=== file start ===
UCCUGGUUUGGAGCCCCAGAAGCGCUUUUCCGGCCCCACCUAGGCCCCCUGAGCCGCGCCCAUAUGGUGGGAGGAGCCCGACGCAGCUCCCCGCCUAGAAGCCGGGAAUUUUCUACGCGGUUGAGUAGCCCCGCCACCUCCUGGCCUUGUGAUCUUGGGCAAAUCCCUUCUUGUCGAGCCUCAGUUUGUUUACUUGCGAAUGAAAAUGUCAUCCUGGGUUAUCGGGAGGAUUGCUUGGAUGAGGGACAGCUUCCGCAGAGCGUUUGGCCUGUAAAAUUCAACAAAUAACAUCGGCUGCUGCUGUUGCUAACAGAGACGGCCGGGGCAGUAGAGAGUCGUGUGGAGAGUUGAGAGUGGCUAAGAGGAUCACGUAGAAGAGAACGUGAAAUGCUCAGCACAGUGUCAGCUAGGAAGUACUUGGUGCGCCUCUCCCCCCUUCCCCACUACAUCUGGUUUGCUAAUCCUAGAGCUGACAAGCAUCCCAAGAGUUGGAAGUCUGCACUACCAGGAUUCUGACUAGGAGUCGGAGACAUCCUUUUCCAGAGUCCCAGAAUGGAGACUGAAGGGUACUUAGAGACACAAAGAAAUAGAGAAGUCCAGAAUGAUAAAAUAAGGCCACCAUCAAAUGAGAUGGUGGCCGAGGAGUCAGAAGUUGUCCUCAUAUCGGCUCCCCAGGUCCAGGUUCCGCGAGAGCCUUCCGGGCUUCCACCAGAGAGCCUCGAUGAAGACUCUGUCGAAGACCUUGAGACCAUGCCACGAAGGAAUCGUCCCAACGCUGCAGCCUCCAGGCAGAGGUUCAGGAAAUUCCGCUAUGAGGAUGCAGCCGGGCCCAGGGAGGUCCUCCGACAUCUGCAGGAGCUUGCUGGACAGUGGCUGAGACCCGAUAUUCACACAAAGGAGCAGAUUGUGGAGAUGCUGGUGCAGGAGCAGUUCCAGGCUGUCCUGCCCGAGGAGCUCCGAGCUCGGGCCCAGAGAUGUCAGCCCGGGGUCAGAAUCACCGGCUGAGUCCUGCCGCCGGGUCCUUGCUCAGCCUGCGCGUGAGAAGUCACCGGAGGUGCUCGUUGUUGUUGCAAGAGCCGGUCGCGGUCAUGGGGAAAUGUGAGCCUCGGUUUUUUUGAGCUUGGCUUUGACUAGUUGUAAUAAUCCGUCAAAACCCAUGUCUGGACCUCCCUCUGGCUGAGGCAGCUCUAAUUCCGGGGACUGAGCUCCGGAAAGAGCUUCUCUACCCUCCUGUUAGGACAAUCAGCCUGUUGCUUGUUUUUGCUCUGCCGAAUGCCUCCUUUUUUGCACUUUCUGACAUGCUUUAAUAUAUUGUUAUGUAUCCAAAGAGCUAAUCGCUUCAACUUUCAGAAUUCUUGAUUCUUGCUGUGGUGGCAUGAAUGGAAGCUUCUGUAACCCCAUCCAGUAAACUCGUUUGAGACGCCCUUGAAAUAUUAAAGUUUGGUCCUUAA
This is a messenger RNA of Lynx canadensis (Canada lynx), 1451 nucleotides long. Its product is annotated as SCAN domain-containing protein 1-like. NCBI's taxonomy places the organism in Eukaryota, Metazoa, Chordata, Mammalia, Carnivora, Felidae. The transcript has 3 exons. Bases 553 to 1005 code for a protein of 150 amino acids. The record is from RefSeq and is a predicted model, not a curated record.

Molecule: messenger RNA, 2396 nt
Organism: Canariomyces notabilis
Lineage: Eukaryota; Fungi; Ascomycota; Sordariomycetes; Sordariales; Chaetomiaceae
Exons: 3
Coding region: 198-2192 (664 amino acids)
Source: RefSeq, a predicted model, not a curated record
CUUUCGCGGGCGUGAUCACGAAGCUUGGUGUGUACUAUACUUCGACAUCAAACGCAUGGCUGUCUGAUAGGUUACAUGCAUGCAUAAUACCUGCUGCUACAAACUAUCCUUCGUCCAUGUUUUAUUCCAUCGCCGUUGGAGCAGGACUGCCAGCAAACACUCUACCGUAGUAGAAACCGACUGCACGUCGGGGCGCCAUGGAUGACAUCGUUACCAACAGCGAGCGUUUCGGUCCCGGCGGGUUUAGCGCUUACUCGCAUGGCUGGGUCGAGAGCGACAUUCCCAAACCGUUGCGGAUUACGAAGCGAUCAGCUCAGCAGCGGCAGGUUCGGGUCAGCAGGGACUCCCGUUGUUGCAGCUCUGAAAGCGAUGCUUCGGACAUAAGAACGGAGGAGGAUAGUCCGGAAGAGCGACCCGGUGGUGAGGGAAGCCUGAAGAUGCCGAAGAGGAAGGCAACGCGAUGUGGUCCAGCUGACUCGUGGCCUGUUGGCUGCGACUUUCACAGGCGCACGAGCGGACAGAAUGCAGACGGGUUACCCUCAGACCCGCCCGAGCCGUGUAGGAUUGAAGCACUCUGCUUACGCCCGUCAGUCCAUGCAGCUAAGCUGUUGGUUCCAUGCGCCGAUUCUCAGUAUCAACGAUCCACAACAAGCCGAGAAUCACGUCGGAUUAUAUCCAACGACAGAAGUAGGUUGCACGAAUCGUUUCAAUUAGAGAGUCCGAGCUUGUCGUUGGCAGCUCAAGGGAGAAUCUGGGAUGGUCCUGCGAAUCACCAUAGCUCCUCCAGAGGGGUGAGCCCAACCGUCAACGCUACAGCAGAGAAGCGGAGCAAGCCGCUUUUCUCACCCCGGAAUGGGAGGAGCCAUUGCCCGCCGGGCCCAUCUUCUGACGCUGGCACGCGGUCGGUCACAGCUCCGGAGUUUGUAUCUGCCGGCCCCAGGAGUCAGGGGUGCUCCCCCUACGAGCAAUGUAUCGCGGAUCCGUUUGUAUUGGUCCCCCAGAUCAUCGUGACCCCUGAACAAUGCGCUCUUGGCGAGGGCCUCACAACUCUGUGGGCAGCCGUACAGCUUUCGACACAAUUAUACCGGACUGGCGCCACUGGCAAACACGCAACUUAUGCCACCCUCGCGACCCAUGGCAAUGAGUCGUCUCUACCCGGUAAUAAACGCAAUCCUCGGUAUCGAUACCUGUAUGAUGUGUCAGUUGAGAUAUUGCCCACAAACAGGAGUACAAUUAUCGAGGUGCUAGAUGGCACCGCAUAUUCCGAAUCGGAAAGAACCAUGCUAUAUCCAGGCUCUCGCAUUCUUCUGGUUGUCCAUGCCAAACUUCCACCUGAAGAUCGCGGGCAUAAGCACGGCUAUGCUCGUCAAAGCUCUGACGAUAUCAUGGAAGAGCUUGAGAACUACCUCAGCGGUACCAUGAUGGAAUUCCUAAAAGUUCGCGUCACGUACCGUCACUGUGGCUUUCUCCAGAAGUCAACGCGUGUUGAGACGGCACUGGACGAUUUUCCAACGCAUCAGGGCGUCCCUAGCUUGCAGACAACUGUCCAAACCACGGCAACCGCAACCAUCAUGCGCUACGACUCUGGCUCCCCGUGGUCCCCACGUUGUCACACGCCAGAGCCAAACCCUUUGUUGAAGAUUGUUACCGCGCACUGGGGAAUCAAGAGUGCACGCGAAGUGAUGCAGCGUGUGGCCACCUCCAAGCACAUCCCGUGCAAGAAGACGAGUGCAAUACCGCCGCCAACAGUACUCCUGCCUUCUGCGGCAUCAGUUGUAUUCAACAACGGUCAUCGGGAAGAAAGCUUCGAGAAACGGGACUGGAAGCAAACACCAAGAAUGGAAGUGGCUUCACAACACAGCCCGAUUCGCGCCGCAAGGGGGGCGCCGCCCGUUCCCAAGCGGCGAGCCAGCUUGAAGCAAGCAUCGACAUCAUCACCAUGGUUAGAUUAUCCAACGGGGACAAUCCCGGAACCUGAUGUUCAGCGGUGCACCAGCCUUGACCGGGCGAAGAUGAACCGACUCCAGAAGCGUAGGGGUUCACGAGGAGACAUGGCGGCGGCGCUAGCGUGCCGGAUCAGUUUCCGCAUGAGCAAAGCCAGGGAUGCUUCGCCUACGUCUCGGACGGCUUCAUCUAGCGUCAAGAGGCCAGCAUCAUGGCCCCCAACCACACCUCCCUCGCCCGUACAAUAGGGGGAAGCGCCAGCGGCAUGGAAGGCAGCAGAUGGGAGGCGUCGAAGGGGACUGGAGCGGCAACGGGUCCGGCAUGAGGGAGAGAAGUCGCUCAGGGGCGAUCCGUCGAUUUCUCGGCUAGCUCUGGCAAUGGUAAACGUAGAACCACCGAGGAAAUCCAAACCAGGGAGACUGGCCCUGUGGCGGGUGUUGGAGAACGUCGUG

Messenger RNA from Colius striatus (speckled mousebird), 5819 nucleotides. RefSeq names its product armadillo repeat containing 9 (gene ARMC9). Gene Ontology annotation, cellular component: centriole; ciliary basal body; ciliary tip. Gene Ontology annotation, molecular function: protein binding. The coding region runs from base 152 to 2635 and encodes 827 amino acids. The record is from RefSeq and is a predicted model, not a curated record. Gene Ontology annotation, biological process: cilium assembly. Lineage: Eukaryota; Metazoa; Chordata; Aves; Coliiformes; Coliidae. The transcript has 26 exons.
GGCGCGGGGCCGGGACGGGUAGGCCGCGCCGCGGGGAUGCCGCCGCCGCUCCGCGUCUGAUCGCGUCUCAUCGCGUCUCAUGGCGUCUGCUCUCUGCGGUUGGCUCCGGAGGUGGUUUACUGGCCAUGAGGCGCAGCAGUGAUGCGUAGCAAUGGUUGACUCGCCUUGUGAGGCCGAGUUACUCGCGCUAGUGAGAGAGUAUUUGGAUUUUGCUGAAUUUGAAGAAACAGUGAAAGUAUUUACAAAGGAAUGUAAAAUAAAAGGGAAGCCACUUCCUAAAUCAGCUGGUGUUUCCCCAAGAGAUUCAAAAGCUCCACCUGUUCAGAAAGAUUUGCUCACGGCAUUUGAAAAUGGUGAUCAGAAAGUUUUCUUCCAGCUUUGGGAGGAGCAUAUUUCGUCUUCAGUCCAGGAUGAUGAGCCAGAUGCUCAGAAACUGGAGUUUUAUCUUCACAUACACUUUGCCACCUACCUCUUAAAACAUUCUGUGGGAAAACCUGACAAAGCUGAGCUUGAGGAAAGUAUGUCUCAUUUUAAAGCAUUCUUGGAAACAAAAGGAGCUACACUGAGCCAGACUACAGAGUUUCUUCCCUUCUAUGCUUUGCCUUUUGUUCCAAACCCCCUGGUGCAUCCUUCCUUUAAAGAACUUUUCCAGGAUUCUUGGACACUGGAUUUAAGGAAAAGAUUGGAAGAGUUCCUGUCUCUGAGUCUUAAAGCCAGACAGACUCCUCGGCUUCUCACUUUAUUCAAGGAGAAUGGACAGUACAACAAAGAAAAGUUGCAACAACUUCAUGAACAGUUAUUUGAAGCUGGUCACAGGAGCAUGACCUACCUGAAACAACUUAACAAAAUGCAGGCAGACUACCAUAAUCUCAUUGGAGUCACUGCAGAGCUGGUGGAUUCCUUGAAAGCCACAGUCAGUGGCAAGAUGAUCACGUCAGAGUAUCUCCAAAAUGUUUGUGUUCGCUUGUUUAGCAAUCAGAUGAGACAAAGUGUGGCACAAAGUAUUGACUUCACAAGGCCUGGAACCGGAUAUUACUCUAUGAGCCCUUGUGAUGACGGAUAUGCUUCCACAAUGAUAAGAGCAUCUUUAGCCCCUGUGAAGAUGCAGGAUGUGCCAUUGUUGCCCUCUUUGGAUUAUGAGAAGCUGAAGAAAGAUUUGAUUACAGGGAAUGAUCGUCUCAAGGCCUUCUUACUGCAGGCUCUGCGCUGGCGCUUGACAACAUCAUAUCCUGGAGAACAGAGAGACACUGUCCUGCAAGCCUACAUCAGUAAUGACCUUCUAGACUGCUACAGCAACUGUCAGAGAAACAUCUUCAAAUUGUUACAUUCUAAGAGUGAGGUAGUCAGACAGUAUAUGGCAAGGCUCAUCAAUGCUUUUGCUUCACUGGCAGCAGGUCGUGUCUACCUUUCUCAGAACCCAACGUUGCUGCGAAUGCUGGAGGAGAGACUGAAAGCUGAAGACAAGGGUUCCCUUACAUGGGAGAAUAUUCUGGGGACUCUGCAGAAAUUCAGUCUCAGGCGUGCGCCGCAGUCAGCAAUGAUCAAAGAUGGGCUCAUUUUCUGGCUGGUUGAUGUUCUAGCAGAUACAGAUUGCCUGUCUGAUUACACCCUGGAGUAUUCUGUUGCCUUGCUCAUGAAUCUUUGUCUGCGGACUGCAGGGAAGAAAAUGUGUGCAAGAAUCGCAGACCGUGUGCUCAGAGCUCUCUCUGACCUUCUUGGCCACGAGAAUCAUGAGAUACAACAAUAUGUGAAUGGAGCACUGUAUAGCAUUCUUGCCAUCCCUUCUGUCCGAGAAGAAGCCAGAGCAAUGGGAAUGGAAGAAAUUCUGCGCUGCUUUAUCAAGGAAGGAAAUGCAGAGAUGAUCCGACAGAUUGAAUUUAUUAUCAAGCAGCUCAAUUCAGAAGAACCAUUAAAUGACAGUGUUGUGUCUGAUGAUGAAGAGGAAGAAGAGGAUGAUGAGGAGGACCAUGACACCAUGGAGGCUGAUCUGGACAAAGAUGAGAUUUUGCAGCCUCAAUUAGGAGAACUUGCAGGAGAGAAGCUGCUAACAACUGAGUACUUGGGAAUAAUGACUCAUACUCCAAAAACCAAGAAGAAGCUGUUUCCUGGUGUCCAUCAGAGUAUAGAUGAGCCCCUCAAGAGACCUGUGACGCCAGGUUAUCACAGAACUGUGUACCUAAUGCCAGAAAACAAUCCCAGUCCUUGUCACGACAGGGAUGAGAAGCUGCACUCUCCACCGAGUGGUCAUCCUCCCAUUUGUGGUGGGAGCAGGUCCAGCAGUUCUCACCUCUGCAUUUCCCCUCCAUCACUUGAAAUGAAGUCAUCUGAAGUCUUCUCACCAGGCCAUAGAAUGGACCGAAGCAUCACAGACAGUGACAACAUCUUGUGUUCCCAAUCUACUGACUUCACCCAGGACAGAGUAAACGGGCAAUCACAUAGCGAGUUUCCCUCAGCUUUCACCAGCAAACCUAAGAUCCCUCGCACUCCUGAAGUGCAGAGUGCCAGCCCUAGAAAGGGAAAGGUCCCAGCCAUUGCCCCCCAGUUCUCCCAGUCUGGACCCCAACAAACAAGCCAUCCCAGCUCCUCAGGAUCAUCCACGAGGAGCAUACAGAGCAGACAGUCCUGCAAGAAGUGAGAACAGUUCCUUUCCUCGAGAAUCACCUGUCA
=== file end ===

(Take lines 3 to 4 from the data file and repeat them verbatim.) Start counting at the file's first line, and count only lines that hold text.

Molecule: messenger RNA, 2396 nt
Organism: Canariomyces notabilis